Polymorphous Light Eruption, Rash, Sun Exposure, Ultraviolet (UV) Light, Sunscreen, Teledermatology



  1. Matzek, Carmen
  2. Brodell, Robert T.
  3. Nahar, Vinayak K.


ABSTRACT: While there are a number of skin rashes associated with photosensitivity, only one produces a distinctive rash with fixed urticaria, macular erythema, and papulovesicles forming small papules and plaques. This polymorphous light eruption requires aggressive broad spectrum UV protection, topical steroids for pruritus, and paradoxically sometimes UV light treatment to "harden" the skin making skin more resistant to rashing when exposed to the sun.


Article Content


Chief complaint: Rash.


A 31-year-old businessman presented with a 48-hour history of a rash on the hands and forearms (Figures 1 and 2). He reported traveling 4 hours in a car several days ago returning from a weekend trip to the beach. He notes he was in the sun for a few hours and that he wore a hat, a short sleeve shirt, and long pants to protect himself from ultraviolet (UV) light.

Figure 1 - Click to enlarge in new windowFIGURE 1. A 1 x 1 cm erythematous plaque with a rim of macular erythema studded with fine papules is noted over the left 5th knuckle while only macular erythema is noted over the left 4th knuckle.
Figure 2 - Click to enlarge in new windowFIGURE 2. Erythematous macules and plaques are accentuated over the knuckles, but macular erythema is also noted on sun exposed skin on the back of the hand typical of the many forms of rashing seen in polymorphous light eruption.

* Prior treatment: None, and the patient was taking no medications.


* Prior biopsy: None.


* Skin history: No history of similar rashes or any medical problems. No history of skin disease.


* No other significant laboratory/study findings.




Two images provided showed a dozen 5- to 20-mm diameter clustered papulovesicular lesions on the extensor knuckles and on the dorsal forearms.



Fully satisfactory.




Polymorphous light eruption (PMLE) may show any combination of pinpoint or larger papules, vesicles, and/or erythematous macules on sun-exposed skin after UV exposure in light-skinned individuals. The rash can be asymptomatic, although it is most often pruritic. It occurs when individuals first are exposed in the springtime or when traveling to the beach. After repeated exposures, "hardening" occurs (Schweintzger et al., 2015). The pathophysiology of this process is not completely understood, but regulatory T-cells from patients with PMLE lack the capacity to suppress effector T-cell proliferation induced by sun exposure. This situation is reversed after effective treatment.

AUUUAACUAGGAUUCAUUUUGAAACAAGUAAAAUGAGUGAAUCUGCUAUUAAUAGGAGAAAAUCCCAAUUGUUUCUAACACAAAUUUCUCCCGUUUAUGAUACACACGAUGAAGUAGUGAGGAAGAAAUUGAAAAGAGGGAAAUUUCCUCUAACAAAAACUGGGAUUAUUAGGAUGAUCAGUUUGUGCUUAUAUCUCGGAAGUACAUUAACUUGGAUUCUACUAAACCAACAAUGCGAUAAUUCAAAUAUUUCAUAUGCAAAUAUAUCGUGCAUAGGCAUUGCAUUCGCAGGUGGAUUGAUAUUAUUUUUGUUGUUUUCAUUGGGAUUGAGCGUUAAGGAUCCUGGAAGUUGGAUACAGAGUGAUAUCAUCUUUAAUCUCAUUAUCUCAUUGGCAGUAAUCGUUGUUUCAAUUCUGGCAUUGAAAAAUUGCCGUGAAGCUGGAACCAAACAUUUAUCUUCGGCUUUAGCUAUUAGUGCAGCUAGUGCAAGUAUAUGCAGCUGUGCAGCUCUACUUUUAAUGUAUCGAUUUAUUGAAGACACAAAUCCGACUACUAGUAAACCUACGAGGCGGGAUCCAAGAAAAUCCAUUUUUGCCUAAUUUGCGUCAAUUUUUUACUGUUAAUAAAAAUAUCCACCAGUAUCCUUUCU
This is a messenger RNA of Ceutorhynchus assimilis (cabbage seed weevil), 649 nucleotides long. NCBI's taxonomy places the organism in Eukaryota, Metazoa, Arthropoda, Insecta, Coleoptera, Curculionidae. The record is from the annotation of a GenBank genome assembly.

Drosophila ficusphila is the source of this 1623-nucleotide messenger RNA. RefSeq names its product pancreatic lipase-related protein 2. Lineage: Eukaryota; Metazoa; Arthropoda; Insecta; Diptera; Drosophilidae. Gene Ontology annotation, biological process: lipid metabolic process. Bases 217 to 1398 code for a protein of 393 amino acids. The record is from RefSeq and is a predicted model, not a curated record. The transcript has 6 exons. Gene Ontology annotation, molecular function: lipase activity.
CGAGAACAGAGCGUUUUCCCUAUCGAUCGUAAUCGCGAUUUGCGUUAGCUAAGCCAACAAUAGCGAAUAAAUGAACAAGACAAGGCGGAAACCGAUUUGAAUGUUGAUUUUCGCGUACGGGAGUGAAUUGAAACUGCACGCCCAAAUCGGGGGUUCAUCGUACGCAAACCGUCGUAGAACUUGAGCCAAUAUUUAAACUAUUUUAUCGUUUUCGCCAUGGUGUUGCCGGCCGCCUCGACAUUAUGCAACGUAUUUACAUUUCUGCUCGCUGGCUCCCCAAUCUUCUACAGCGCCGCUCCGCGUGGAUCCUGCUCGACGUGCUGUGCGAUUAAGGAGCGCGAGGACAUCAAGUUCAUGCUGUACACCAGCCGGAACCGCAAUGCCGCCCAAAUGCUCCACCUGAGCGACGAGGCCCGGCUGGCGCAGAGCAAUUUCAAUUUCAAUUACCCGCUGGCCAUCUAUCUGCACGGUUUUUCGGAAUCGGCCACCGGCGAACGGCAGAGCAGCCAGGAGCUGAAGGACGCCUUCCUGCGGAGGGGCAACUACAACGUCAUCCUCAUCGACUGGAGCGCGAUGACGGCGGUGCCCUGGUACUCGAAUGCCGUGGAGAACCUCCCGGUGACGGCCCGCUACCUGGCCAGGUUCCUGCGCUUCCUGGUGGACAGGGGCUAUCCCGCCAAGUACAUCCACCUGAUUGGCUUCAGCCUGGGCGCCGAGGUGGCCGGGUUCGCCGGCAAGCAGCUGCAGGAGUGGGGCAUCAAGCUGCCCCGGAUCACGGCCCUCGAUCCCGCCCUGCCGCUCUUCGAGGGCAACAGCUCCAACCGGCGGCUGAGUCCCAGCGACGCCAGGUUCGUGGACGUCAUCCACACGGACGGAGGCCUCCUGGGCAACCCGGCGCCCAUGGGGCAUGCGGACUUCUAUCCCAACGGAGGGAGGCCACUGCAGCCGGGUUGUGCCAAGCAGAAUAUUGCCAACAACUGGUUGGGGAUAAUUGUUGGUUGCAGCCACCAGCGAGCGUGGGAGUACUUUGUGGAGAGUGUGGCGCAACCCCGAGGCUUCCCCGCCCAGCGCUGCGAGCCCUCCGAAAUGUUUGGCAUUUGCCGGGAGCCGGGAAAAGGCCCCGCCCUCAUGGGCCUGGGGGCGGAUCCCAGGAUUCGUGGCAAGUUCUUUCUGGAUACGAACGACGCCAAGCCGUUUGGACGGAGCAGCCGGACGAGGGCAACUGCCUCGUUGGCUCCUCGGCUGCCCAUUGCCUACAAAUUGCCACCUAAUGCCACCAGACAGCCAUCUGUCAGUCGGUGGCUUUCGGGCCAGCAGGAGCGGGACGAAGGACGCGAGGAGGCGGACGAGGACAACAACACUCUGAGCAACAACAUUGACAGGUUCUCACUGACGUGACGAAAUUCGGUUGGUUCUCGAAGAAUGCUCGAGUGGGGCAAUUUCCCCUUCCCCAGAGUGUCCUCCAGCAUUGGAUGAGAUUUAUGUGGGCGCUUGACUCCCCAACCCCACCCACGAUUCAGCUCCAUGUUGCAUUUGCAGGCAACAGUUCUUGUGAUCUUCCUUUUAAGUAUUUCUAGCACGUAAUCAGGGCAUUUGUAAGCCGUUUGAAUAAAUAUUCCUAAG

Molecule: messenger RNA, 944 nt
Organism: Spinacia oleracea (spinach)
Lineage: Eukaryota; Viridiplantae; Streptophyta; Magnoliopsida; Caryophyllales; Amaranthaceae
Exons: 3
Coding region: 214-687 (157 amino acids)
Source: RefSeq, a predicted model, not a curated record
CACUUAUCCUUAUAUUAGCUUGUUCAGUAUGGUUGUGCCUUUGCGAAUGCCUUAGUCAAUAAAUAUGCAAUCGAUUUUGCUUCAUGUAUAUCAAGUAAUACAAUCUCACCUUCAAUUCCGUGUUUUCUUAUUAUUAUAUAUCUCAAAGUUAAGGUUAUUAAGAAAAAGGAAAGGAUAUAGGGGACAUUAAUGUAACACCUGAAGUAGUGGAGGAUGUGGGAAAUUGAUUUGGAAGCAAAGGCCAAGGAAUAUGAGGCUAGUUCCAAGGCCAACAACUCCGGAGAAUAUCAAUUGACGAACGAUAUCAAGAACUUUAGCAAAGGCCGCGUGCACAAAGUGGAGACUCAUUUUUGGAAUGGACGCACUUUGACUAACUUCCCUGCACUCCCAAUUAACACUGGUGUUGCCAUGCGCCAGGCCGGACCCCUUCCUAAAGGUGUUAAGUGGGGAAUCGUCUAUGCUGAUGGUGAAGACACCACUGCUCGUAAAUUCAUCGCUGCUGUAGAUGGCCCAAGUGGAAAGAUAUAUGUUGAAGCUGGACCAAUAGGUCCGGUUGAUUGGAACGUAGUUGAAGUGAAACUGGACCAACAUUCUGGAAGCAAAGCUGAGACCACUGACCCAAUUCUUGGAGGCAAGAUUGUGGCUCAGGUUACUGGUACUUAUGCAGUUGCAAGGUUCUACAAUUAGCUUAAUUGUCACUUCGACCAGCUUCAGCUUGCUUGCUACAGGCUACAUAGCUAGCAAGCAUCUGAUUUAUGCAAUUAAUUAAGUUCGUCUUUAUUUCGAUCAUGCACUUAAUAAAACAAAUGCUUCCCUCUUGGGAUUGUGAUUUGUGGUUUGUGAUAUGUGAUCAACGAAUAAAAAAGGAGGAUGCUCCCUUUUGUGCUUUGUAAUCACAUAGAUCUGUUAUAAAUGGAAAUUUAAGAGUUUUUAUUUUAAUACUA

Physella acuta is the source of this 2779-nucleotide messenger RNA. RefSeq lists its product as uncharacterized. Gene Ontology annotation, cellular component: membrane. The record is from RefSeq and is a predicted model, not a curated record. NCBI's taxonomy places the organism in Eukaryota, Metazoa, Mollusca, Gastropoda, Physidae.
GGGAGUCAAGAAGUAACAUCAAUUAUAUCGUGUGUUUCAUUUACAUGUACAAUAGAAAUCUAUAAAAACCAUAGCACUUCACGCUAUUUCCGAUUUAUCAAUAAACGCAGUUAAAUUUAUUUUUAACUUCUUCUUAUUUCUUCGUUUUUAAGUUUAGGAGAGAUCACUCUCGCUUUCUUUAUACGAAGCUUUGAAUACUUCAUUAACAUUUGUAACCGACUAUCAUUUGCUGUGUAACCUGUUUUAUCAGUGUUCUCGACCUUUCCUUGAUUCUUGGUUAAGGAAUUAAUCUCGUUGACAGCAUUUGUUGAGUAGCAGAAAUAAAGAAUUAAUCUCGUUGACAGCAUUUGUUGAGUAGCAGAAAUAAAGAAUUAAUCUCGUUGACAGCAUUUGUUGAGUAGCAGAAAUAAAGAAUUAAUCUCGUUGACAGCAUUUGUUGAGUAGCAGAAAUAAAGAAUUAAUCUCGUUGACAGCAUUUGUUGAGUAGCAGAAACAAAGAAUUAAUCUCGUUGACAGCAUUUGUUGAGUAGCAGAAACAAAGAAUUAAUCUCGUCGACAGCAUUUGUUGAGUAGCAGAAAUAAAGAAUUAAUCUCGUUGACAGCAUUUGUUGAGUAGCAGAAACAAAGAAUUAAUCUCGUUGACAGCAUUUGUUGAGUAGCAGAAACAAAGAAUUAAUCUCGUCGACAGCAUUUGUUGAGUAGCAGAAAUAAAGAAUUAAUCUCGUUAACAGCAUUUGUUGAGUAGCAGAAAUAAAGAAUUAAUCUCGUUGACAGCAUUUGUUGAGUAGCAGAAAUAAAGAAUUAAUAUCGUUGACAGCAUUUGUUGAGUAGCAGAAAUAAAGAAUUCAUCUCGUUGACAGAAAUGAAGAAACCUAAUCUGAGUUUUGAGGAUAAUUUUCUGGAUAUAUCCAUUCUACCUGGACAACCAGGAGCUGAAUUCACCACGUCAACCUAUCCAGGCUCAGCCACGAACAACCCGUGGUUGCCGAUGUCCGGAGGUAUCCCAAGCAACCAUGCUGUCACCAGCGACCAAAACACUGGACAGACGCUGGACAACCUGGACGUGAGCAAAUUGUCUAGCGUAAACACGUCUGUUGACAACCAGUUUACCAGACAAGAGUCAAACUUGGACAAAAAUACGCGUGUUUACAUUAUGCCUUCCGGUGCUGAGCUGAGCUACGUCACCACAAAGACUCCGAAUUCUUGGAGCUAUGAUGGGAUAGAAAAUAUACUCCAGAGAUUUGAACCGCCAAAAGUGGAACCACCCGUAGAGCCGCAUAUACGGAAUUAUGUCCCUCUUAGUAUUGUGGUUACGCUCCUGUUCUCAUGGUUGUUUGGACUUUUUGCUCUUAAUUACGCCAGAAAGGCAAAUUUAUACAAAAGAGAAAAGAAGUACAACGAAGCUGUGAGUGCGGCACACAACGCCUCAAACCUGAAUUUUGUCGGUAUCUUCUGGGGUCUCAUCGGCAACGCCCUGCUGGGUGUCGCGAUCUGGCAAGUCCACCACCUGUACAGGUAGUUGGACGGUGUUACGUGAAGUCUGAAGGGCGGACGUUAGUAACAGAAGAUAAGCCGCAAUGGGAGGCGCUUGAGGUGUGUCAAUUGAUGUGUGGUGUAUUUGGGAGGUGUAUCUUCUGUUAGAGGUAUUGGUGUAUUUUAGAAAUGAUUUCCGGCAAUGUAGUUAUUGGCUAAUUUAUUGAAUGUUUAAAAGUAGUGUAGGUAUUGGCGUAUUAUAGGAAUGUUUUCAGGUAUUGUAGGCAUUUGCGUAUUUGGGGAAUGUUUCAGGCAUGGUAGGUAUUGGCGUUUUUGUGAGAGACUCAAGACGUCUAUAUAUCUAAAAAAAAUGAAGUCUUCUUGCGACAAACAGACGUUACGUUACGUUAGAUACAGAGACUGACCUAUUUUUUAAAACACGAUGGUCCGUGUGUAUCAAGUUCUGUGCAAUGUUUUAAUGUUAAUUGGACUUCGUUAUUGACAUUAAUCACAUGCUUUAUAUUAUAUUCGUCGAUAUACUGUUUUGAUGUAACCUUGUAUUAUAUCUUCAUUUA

* Skin care recommendations: The patient was instructed to use a broad-spectrum (UVA/UVB blocking) sunscreen with SPF 30 or greater when exposed to the sun, especially in the first exposures in the springtime.


* Medication recommendations: None.




* Refer to dermatology clinic for evaluation (face-to-face) and consideration of a skin biopsy if the lesions do not fade over several weeks while avoiding the sun.



PMLE is a common immunologically mediated photodermatosis that occurs in temperate climates. The variable appearance of pruritic skin lesions occurs most commonly in the spring or early summer on sun-exposed areas (Gruber-Wackernagel et al., 2014). Making this clinical diagnosis and recommending broad-spectrum UV avoidance and protection will most often lead to prompt resolution without further treatment or diagnostic testing (Bissonnette et al., 2012).


The differential diagnosis includes a photosensitive reaction to drugs, although this patient was not taking any photosensitizing medications. An allergic contact dermatitis could be considered, although linear streaking was not present in any area (Kimber et al., 2002). Dermatitis herpetiformis can appear as grouped papulovesicles, but the excoriations and predominant elbow and knee distribution of this condition is not present here (Antiga et al., 2019). Solar urticaria fades more quickly than these fixed lesions (Botto & Warshaw, 2008).


In many patients, PMLE fades over days to several weeks without treatment. Patients with significant pruritus are treated effectively with oral and topical steroids (Ling et al., 2017). Phototherapy with narrow-band UVB, UVA, and PUVA can induce "hardening" and may help patients with recalcitrant disease (Ling et al., 2017). Several natural remedies have been recommended for PMLE including B-carotene and nicotinamide 2-3 g daily. The latter was shown to lead to resolution of all symptoms in 60% of patients in an uncontrolled trial of 42 patients (Lembo & Raimondo, 2018).




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Botto N. C., Warshaw E. M. (2008). Solar urticaria. Journal of the American Academy of Dermatology, 59(6), 909-920. [Context Link]


Gruber-Wackernagel A., Byrne S. N., Wolf P. (2014). Polymorphous light eruption: Clinic aspects and pathogenesis. Dermatologic Clinics, 32(3), 315-334. [Context Link]


Kimber I., Basketter D. A., Gerberick G. F., Dearman R. J. (2002). Allergic contact dermatitis. International Immunopharmacology, 2(2-3), 201-211. [Context Link]


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Ling T. C., Dawe R. S., Gardener E., Rhodes L. E. (2017). Interventions for polymorphic light eruption. The Cochrane Database of Systematic Reviews, (10).[Context Link]


Schweintzger N., Gruber-Wackernagel A., Reginato E., Bambach I., Quehenberger F., Byrne S. N., Wolf P. (2015). Levels and function of regulatory T cells in patients with polymorphic light eruption: relation to photohardening. British Journal of Dermatology, 173(2), 519-526. [Context Link]


1 The standardized teledermatology reader report format is available for authors on the journal's Web site ( and on the submissions website online at [Context Link]